GROWING THE PHILODENDRON AS A HOUSE PLANT

13-16 deg C/55-61 deg F

There are at least 270 species in this genus, and many of these have found their way on to the houseplant market. It is only possible to describe some of the more popular ones here. Some botanists used to put the well-known Monstera deliciosa in this genus. The philoden-drons are. however, similar in habit. being vigorous climbers, and they usually produce aerial roots. In their natural environment, they grow up mossy tree trunks or ramble over rocks or hummocks of leafy plant debris in forests, mostly in South America. In nature, they often reach a considerable size. When grown in pots in greenhouses and homes, they usually show only their smaller juvenile foliage, which may also be of di lie rent structure to the mature form on older plants. Undoubtedly, the most popular species is / scandens, from Panama, and called sweetheart vine. It can be grown as a climber or a trailer when it is best to pinch out the growing tips frequently to encourage plenty of stems. It is moderately tolerant of neglect. It will also survive a certain amount of chill. The normal species is plain green with somewhat pointed heart-shaped leaves. but there is a variegated cream-blotched form, believed to be caused by the presence of a virus. The foliage of this form sometimes distorts.

P. bipinnatifidum, the tree philodendron, from Brazil, is a non-climbing species. and will also withstand cooler conditions. It has handsome, large, incised foliage, rather like the monstera. the Swiss cheese plant, but it remains relatively compact, reaching only 1 ml 34ft I in height. However, the leaf incisions are more numerous, more particularly as the plant matures. A fully-grown leaf may measure about 45cm (l]fl) in diameter. Similar is P. selloum, and when young it may be difficult to distinguish the two. As the plant develops, it forms a thickish trunk-like stem, and the edges of the leaf segments become ruffled, creating a charming effect, and inspiring the common name of lacy tree. It is a notable species for living to a very great age producing a stately plant. The fiddle-leaf philodendron is the common name given to P. panduriforme, although this name is an extreme exaggeration of the leaf shape. The foliage is dark green, leathery, and has four upper lobes with an elongated central one. It is a climber from Brazil. Elephant’s ear is another inexplicable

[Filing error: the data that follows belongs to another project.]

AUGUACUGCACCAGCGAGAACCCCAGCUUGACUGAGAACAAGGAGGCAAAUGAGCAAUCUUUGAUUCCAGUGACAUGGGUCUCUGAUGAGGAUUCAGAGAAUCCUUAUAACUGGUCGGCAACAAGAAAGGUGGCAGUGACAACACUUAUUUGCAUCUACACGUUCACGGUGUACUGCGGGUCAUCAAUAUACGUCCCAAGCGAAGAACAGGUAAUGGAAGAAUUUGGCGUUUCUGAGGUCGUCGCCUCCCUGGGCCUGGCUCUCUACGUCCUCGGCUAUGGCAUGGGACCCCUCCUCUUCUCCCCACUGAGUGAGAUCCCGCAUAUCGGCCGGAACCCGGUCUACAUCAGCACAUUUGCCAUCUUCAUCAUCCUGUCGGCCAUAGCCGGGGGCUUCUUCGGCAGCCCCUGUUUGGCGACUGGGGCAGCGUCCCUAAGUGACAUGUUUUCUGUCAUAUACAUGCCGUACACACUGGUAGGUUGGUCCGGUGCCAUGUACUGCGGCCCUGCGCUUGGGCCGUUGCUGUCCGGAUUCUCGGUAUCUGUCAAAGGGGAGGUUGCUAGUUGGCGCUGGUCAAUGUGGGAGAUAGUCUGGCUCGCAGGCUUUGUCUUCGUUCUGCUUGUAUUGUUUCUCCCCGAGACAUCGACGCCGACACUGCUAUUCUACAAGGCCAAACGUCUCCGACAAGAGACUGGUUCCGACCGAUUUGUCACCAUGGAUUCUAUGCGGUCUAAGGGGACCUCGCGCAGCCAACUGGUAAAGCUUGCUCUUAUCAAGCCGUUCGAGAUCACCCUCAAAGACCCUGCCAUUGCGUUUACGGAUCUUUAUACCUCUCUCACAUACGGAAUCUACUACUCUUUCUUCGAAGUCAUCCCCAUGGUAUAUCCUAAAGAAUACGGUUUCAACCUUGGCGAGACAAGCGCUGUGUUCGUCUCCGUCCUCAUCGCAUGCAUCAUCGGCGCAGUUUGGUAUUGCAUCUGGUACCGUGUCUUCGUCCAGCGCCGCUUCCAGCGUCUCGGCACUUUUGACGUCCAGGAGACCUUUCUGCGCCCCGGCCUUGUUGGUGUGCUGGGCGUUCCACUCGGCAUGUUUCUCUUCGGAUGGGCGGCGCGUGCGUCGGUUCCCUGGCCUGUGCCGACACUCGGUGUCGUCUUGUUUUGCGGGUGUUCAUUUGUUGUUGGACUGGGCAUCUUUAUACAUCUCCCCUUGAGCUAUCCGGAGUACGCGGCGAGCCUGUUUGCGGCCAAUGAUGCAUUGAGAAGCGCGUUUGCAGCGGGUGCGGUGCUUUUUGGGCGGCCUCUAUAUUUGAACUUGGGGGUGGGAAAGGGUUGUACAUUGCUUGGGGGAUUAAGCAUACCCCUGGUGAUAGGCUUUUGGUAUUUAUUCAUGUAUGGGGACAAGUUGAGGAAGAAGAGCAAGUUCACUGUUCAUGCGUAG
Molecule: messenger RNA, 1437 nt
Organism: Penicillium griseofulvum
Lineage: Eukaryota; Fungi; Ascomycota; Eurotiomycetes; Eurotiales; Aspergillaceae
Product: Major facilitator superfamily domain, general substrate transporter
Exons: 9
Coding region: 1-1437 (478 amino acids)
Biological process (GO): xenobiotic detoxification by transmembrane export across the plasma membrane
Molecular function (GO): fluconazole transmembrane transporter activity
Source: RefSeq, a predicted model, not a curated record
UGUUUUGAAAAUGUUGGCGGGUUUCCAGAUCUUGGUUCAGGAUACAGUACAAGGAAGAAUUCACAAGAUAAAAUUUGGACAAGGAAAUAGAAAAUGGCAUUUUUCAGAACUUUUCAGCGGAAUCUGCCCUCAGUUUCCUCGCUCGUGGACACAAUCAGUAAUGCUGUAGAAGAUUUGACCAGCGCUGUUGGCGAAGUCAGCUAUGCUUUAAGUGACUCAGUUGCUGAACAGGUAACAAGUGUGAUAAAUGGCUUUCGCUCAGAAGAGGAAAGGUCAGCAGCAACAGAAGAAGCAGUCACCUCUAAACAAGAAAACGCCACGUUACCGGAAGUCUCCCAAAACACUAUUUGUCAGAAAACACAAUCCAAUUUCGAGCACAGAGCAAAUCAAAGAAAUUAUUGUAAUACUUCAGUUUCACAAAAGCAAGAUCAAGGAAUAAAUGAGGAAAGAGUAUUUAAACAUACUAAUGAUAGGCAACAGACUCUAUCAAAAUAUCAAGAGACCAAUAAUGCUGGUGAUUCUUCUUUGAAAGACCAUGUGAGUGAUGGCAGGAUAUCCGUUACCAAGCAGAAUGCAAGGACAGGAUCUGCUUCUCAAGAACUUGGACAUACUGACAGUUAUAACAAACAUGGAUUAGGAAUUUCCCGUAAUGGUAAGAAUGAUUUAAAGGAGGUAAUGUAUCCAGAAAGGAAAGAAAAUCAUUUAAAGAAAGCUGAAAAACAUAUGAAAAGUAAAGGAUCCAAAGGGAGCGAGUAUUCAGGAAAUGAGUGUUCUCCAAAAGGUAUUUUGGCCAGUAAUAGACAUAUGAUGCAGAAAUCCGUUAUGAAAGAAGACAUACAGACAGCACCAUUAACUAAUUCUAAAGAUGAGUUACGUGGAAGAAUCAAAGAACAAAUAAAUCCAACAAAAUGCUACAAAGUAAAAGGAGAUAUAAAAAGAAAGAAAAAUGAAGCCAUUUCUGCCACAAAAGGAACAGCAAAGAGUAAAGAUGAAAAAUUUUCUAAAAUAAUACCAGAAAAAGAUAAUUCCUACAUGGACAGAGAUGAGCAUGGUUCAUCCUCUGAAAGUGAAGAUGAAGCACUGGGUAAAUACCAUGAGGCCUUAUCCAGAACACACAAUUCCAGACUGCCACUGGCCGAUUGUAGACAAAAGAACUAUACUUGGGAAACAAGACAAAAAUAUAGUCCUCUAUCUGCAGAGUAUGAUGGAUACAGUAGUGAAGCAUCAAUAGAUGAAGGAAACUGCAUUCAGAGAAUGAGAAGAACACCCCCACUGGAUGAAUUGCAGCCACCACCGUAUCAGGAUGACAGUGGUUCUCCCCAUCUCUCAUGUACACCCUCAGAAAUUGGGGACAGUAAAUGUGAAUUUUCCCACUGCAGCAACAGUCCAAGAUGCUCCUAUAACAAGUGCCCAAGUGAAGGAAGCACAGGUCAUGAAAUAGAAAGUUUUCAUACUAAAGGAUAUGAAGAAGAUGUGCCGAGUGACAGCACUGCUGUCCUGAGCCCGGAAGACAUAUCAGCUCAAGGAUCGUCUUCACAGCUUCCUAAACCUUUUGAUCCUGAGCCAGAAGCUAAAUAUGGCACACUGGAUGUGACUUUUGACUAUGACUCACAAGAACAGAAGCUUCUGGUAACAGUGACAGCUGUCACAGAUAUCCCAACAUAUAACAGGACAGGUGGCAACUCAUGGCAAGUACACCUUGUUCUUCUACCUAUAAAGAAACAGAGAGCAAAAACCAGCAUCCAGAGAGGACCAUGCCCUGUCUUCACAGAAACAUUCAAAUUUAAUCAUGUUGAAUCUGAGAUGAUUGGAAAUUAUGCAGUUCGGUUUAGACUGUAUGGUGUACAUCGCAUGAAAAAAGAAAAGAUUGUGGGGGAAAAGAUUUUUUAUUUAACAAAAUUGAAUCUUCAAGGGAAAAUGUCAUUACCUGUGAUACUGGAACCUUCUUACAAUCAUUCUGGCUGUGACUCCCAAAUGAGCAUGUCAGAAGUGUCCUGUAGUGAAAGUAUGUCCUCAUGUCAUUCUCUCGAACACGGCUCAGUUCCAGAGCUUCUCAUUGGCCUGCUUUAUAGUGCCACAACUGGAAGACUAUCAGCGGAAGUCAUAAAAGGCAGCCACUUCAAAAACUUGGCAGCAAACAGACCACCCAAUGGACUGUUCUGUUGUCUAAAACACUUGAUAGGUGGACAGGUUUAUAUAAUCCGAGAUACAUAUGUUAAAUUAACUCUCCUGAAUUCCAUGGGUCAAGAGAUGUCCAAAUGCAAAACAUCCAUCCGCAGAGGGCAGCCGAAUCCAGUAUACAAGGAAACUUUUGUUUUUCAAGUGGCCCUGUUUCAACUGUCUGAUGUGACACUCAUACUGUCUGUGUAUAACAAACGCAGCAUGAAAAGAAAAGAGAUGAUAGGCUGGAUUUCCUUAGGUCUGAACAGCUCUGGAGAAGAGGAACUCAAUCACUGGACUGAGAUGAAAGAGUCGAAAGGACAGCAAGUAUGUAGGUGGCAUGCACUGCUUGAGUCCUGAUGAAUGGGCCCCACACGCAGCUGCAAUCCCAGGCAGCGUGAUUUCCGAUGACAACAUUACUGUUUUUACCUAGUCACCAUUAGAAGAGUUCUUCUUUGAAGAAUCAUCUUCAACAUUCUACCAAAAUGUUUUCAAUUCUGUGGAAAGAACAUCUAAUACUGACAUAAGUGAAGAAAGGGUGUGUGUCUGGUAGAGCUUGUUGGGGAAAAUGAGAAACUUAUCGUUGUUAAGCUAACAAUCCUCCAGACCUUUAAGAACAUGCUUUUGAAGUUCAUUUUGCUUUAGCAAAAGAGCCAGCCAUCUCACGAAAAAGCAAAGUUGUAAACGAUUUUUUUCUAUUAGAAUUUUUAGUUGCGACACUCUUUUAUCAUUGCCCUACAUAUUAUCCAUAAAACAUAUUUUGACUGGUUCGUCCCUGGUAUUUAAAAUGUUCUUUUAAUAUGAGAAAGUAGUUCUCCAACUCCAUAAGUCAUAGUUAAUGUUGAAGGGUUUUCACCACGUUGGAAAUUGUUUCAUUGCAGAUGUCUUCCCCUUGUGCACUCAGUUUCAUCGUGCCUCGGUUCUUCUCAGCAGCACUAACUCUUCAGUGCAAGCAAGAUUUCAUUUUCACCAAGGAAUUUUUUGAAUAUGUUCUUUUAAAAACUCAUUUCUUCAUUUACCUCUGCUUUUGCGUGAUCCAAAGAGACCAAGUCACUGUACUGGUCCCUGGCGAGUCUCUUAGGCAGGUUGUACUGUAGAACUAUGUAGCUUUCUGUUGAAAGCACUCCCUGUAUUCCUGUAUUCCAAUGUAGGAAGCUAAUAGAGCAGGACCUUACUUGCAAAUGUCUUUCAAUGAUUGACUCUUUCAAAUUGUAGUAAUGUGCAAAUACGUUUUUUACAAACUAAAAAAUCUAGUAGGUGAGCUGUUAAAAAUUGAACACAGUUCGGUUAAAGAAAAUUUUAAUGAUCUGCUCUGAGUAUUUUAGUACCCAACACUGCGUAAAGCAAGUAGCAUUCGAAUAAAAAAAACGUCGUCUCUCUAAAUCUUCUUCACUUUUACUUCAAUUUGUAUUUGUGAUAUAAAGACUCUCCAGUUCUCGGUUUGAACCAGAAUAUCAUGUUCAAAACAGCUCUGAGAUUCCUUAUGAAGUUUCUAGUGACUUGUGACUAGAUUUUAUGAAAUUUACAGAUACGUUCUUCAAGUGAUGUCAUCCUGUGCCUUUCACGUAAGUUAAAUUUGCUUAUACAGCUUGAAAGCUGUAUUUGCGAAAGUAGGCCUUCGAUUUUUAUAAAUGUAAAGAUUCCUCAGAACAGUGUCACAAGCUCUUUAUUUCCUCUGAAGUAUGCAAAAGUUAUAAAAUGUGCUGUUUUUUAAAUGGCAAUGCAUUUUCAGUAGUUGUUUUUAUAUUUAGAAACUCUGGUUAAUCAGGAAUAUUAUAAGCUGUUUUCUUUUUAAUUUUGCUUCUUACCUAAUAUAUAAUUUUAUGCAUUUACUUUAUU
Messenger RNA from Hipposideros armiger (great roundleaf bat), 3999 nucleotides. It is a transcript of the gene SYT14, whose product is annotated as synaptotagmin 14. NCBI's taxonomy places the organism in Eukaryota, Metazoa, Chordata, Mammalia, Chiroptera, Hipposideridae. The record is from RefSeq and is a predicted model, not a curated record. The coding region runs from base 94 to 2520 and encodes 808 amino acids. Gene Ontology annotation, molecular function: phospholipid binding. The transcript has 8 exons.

common name, this one being given to P. domesticum (syn. P. hastatum). Il is a climber with very glossy leaves. A very beautiful philodendron has been given the dramatic name black gold. This is sold as P. melanochrysum. The spear-shaped foliage has a velvety texture dark green above and pinkish-purple below. The foliage, therefore. appears a very dark green, with golden iridescence. It originates from Columbia and needs a little extra care to make it happy as a houseplant. It certainly should not be subjected to temperatures below 12 deg C (55 deg F). P. erubescens is especially beautiful too. but easier. It is a fairly vigorous climber, with rather arrow-shaped foliage, often elongating

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to a considerable length, perhaps exceeding 20cm (5 in.). The young leaves are rose-pink and the leaf stalks and stems purplish. Mature leaves acquire a bronzy-green colour. There is a form called ‘Burgundy’ which has a delightful coppery-red colour, and this is a hybrid probably involving several other species. Other named hybrids come on to the market from time to time. Philodendrons grow well in peat-based composts, and the climbers are best grown up moss-covered supports, as described under monstera. This helps the aerial roots to give support and to obtain extra nourishment and moisture. Give a position in good light, but not in direct sunlight. They all like a humid

atmosphere and can be sprayed with a mist of water now and then during summer, and kept nicely moist, but never waterlogged.

In winter, water cautiously, since over-watering can soon instigate rotting of the roots. Potting is best done in late spring when the plants are about to begin active growth. The climbing species are easily propagated from pieces of the stems carrying roots. The non-climbers can usually only be propagated from seed, for example P. bipinnatifidum. This is not practical without greenhouse conditions. Pest and disease problems are unusual. but erratic watering, overwatering and chill will soon cause leaf yellowing.

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